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25 Nov 2002 : Column 40—continued

The Prime Minister: I simply go back to what I said a moment or two ago. It will all depend on the circumstances. As my hon. Friend knows and as was pointed out at the time of Labour party conference, in Kosovo, for example, we took action outside the UN because there was an unreasonable blockage against action being taken. I do not believe, however, that we will get to that point. The countries that signed up to the deal at the United Nations know that if there is a breach by Saddam we have to act. At the heart of the agreement, and throughout all the negotiations at the United Nations, America, ourselves and some countries agreed to go the multilateral route and others agreed that that route should work. The inspectors are put back in and, if they find that there is a breach, we act. That is a fair and reasonable way to proceed.

Mr. Julian Brazier (Canterbury): The Prime Minister has faced up to the challenges confronting NATO and ourselves, but he has not faced up to overstretch in our armed forces, which will have to help to implement those challenges. Will he confirm that at the Downing street press conference, the Chief of Defence Staff did not just say that the 19,000 soldiers, sailors and airmen involved in firefighting duties were not available at present—a very obvious point—but that they are not able to train for the vital war fighting duties that they may face in the next month or two, which, by inference, could put their lives and missions at risk?

The Prime Minister: He did not say that, with respect—the hon. Gentleman himself made all the remaining points. He said that if 19,000 are tied up they are not available for other duties. That is obviously right. However, he went on to say—if necessary, I shall send the hon. Gentleman a copy of what he actually said—that they would have full operational cover for any requirement placed on them, including Iraq. That is the position.

Rachel Squire (Dunfermline, West): Does my right hon. Friend agree that the alliance formed through NATO 53 years ago has played a key role in bringing security and in making war between individual nation states unthinkable in the European continent? Does he further agree that when the decisions of the Prague summit are implemented, as they undoubtedly will be

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under the strong leadership of the NATO Secretary-General, NATO will become an alliance providing security not just in Europe, but across the global stage?

The Prime Minister: My hon. Friend is right. It was a Labour Government Foreign Secretary who played such an enormous part in bringing NATO about all those years ago, and it is the present Foreign Secretary who is engaged in the work of making sure that we expand the NATO membership and, equally important, making sure that we have a new relationship with Russia, in which Russia sees itself as a partner of NATO, and not in a position of hostility to NATO. That is a huge change that has come about in the past year.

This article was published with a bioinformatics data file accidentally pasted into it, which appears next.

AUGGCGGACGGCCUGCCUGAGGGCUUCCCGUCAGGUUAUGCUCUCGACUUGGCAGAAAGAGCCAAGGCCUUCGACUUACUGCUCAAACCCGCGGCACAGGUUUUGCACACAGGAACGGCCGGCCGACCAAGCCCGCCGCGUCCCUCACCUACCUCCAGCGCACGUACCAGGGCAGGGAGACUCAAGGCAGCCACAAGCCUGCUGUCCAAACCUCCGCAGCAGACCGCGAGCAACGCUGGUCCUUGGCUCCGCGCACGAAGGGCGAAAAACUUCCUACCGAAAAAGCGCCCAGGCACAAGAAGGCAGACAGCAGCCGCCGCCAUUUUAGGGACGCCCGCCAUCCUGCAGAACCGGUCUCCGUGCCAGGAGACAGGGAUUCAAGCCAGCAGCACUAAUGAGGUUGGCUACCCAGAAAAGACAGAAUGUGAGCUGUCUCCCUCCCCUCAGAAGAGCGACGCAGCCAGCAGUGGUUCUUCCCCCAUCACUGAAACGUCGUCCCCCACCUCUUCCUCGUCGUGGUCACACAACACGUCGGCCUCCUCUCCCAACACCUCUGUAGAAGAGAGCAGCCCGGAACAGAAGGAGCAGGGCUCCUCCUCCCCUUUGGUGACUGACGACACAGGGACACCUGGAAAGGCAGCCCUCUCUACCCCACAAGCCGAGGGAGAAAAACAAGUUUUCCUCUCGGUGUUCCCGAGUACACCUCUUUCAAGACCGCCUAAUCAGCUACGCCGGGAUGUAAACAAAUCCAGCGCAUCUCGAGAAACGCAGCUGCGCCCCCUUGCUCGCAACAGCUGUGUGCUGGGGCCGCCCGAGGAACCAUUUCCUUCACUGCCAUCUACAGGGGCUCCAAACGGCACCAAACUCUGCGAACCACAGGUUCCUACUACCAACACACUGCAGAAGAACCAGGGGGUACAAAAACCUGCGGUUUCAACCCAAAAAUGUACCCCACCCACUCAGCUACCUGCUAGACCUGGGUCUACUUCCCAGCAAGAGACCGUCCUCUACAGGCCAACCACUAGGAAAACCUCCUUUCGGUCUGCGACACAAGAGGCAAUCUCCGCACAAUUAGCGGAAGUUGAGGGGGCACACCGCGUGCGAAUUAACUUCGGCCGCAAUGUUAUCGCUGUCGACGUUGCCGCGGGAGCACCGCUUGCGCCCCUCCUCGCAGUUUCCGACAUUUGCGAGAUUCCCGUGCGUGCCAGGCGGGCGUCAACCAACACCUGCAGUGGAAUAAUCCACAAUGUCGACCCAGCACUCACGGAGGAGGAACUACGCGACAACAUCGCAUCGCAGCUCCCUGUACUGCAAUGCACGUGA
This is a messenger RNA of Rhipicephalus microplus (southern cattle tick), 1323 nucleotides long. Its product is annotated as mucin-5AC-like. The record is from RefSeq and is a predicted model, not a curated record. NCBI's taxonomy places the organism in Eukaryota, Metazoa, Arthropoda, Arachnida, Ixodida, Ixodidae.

Mr. Mark Prisk (Hertford and Stortford): Is the Prime Minister aware of increasing reports in Le Figaro and other European newspapers that at the Prague summit France and Germany discussed and signed a four-page document on European security? How does that square with what he has just told the House?

The Prime Minister: Whatever the French and Germans may agree or not agree, anything that is agreed will have to be agreed by all 15 members at the Copenhagen summit. However, I do not think the hon. Gentleman is right in what he says. Everyone wants to see European defence conducted consistently with NATO. The difficulty has been the disagreement between Turkey and Greece. That has held up progress for a couple of years or more. The only way that we can get over that is by reaching agreement. I saw the leader of the party that won the election in Turkey recently, Mr. Erdogan. I also saw President Cezer of Turkey at the Prague summit. They told me that they thought it would be possible very shortly to reach an agreement on European defence. I very much hope that that is true, as it would push matters forward enormously, not merely for European defence, but for Turkey. We should not be in the least fussed about what the French and the Germans may agree together. I am sure that the agreement will be considered carefully by others at the Prague summit, but we take our own position.

Mr. Kevin Barron (Rother Valley): The inclusion of Bulgaria, Romania and Slovenia is good news for the stability of the Balkans. Can my right hon. Friend assure the House that he will keep working towards other countries in the Balkans joining NATO and further enhancing stability and security in that region?